GPS Died? How to Read a Map and the Surrounding Terrain

Caitlin Dempsey


GPS is an abbreviation for ‘Global Positioning System’ and it is a technology that was designed to operate in such a manner that it provides info about time & location. Anyone who possesses a receiver for this system can access it and use it anywhere. The system was first used in 1973 but it had numerous limitations during this time period. In the present moment, almost all computerized devices, such as smart phones, are incorporated with GPS which makes it easy for people to find their way around unfamiliar territory. This has become the norm in most countries world wide that almost no one knows how to use maps anymore. It is however important to know how to use maps and interpret the surrounding terrain as this may come quite in handy in the event that the GPS which you are depending on suddenly dies.

Even though we may constantly wish that the GPS we had hadn’t died down, it’s best to face reality. The main thing to remember is that there are various types of maps and each one is specifically designed to cater for a particular purpose. For instance, when driving from one point to another a road map will suffice for this occasion. However, in the event that you stray off the road while you were trekking then it is mandatory for you to have the capability of reading & interpreting the land’s contours. This means that you must use a ‘Topographic Map’ since this is the type of map that is created for such situations. This is owing to the reason that the topographic maps enable you to view 3D (three dimensional) landscape on a 2D (two dimensional) plane. You will be able to see the elevated points, water bodies, valleys, contours, etc that are present on the specific piece of land in question.

Always carry a back up map and never rely exclusively on your GPS.
Always carry a back up map and never rely exclusively on your GPS.

Using a Topographic Map

Topographic maps come in handy when you want to go camping or hiking. This is a map that can make your entire journey quite a simple just by the fact that any potential occurrences of unpleasant surprises are reduced to the minimal. Even though most campers and hikers usually prefer to use GPS nowadays, technology can disappoint you in one way or another so this is a skill that is more of a necessity. This is owing to the reason that you will acquire the essential knowledge required in understanding the terrains that you are in hence know what steps to take in various circumstances. In addition to this, you will also be more familiar with the details of the area such as elevations for example. Another great benefit of the topographic maps is that they are normally readily available online and are offered by the USGS (United States Geological Survey).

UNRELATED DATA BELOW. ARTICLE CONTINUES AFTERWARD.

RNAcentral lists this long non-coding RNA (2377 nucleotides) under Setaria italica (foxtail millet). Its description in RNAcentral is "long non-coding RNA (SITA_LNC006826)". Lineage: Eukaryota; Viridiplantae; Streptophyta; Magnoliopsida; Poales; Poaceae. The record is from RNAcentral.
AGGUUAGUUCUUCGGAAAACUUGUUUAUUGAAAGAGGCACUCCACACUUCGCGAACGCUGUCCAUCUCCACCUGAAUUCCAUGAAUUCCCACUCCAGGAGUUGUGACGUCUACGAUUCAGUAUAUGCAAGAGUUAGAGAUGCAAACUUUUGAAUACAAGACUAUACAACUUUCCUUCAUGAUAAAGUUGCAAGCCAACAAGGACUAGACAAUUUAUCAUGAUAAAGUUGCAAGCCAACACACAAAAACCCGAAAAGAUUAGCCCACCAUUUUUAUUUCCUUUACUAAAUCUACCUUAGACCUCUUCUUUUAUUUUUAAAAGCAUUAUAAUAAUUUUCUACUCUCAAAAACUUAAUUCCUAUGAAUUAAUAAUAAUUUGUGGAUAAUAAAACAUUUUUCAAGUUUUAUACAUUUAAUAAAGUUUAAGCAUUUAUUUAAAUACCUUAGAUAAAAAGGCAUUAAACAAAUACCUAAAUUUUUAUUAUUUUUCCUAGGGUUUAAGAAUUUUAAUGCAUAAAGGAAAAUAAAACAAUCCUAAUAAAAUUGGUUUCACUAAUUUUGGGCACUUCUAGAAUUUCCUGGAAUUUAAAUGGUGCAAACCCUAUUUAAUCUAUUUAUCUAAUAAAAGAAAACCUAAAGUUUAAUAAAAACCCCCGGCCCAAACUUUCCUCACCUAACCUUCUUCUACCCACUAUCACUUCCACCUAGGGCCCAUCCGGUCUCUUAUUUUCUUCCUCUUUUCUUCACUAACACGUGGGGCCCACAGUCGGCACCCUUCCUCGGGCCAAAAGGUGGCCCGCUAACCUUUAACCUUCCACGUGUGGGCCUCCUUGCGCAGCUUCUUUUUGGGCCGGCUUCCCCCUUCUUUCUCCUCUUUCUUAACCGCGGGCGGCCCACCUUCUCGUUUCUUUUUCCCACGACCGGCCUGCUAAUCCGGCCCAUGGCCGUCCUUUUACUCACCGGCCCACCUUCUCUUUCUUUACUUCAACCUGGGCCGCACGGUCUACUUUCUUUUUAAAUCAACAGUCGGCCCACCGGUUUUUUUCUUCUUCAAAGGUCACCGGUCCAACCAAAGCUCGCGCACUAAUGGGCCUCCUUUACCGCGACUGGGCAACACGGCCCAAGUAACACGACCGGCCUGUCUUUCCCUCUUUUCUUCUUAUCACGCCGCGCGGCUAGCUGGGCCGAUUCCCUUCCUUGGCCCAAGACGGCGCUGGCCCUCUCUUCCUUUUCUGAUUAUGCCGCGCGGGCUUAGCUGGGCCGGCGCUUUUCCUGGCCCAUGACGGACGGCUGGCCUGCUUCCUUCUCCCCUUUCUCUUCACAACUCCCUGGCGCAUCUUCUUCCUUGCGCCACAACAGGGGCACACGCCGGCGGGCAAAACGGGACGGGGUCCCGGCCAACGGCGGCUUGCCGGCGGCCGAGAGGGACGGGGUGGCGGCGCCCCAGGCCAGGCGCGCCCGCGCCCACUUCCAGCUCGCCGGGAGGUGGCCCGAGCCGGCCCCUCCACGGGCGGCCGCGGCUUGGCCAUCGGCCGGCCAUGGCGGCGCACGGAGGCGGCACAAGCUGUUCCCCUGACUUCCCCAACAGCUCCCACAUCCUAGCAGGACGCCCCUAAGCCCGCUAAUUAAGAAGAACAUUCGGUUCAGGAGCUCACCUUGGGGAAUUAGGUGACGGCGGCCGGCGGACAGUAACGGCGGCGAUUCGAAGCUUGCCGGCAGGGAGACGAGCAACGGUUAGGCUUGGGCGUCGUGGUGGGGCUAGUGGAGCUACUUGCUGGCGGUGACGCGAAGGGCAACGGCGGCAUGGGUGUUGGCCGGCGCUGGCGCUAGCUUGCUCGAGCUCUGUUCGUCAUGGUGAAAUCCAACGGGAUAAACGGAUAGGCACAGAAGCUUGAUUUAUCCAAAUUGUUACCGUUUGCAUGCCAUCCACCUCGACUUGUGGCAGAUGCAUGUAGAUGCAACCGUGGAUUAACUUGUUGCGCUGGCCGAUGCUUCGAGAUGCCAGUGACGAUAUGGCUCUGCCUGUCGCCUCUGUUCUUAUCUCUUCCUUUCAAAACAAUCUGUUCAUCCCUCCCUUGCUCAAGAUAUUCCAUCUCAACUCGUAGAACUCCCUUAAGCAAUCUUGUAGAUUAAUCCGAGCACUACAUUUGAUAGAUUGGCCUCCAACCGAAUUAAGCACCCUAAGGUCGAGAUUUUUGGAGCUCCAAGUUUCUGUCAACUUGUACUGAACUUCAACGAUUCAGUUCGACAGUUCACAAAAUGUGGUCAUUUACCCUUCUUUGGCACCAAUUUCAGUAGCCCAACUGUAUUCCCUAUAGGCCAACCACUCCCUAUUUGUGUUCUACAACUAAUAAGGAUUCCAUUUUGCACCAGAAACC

On the map, trails normally appear as black lines that are drawn in a relatively thin manner. Roads on the other hand will appear like thicker lines and mainly are represented by black or red colour. When moving from certain two points in the terrain, it is significantly important to ensure that you keep a keen eye on the contour lines on the topographic map. When the contour lines are further apart, this means that any changes with regards to altitude will occur in a gradual manner. Conversely, the change in altitude will be much steeper when the lines are closer. The peak of the area that you are in will normally be represented as a circle which is usually located at the lines’ mid-point.  The best thing of being able to read these maps is the fact that you will have the option of choosing alternate routes in the event that the one you are in is too steep.

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Another important factor that you must also take into consideration is the length of the distance that you want to cover. The scale will be able to tell you this since you will only be required to convert the scale into miles. Moreover, you will most likely be moving in turns while twisting occasionally for a major part of the entire journey so the assumption that you will move in a straight line is erroneous. The map will also guide you during the entire journey while showing you where to get basic amenities such as water and shelter in case you were hiking and darkness entered while you were still on the way. On a conclusive note, the maps usually have symbols that represent private property as well as dangerous areas like caves, minefields, etc that you must avoid.

Topographic Map Symbols.
Topographic Map Symbols.


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About the author
Caitlin Dempsey
Caitlin Dempsey is the editor of Geography Realm and holds a master's degree in Geography from UCLA as well as a Master of Library and Information Science (MLIS) from SJSU.